David Bourget (Western Ontario)
David Chalmers (ANU, NYU)
Rafael De Clercq
Ezio Di Nucci
Jonathan Jenkins Ichikawa
Jack Alan Reynolds
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Phenomenology and the Cognitive Sciences 1 (3):287-312 (2002)
I outline the early Heidegger's views on mood and emotion, and then relate his central claims to some recent finding in neuropsychology. These findings complement Heidegger in a number of important ways. More specifically, I suggest that, in order to make sense of certain neurological conditions that traditional assumptions concerning the mind are constitutionally incapable of accommodating, something very like Heidegger's account of mood and emotion needs to be adopted as an interpretive framework. I conclude by supporting Heidegger's insistence that the sciences constitute a derivative means of disclosing the world and our place within it, as opposed to an ontologically and epistemologically privileged domain of inquiry.
|Keywords||Philosophy Phenomenology Philosophy of Mind Artificial Intelligence Interdisciplinary Studies Developmental Psychology|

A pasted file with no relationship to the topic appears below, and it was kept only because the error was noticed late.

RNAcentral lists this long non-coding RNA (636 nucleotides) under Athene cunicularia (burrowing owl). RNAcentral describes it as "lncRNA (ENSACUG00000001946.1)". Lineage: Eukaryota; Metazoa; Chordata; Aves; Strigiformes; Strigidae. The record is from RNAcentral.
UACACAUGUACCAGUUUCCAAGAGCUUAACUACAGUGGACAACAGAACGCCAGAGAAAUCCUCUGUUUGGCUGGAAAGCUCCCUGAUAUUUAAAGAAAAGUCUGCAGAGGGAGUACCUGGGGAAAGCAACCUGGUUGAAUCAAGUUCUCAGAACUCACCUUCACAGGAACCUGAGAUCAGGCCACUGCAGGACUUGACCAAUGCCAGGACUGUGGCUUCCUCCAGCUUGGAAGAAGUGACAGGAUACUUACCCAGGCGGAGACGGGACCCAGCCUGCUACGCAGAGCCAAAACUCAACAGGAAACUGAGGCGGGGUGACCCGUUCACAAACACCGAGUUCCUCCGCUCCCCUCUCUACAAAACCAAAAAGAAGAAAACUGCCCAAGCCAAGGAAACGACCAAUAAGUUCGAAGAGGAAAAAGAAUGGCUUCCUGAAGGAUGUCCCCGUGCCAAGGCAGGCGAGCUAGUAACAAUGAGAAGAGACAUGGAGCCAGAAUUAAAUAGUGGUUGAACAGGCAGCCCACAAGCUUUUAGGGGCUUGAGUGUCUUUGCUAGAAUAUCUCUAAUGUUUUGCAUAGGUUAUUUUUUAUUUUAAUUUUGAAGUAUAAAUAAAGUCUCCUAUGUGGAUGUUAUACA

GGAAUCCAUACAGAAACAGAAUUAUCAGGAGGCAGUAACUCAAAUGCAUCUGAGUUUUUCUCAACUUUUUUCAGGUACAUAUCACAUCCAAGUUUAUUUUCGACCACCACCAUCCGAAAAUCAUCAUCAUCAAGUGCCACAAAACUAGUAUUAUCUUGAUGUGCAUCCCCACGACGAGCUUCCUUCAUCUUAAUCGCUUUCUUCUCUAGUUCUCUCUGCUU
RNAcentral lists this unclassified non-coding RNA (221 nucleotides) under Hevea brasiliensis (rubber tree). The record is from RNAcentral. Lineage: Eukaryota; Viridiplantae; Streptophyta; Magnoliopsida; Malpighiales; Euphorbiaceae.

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Citations of this work BETA
Jan Slaby (2008). Affective Intentionality and the Feeling Body. Phenomenology and the Cognitive Sciences 7 (4):429-444.
Andreas Elpidorou (2013). Moods and Appraisals: How the Phenomenology and Science of Emotions Can Come Together. Human Studies (4):1-27.
J. Slaby & A. StephAn (2008). Affective Intentionality and Self-Consciousness. Consciousness and Cognition 17 (2):506-513.
Gerben Meynen (2011). Depression, Possibilities, and Competence: A Phenomenological Perspective. [REVIEW] Theoretical Medicine and Bioethics 32 (3):181-193.
Matthew Ratcliffe (2005). William James on Emotion and Intentionality. International Journal of Philosophical Studies 13 (2):179-202.
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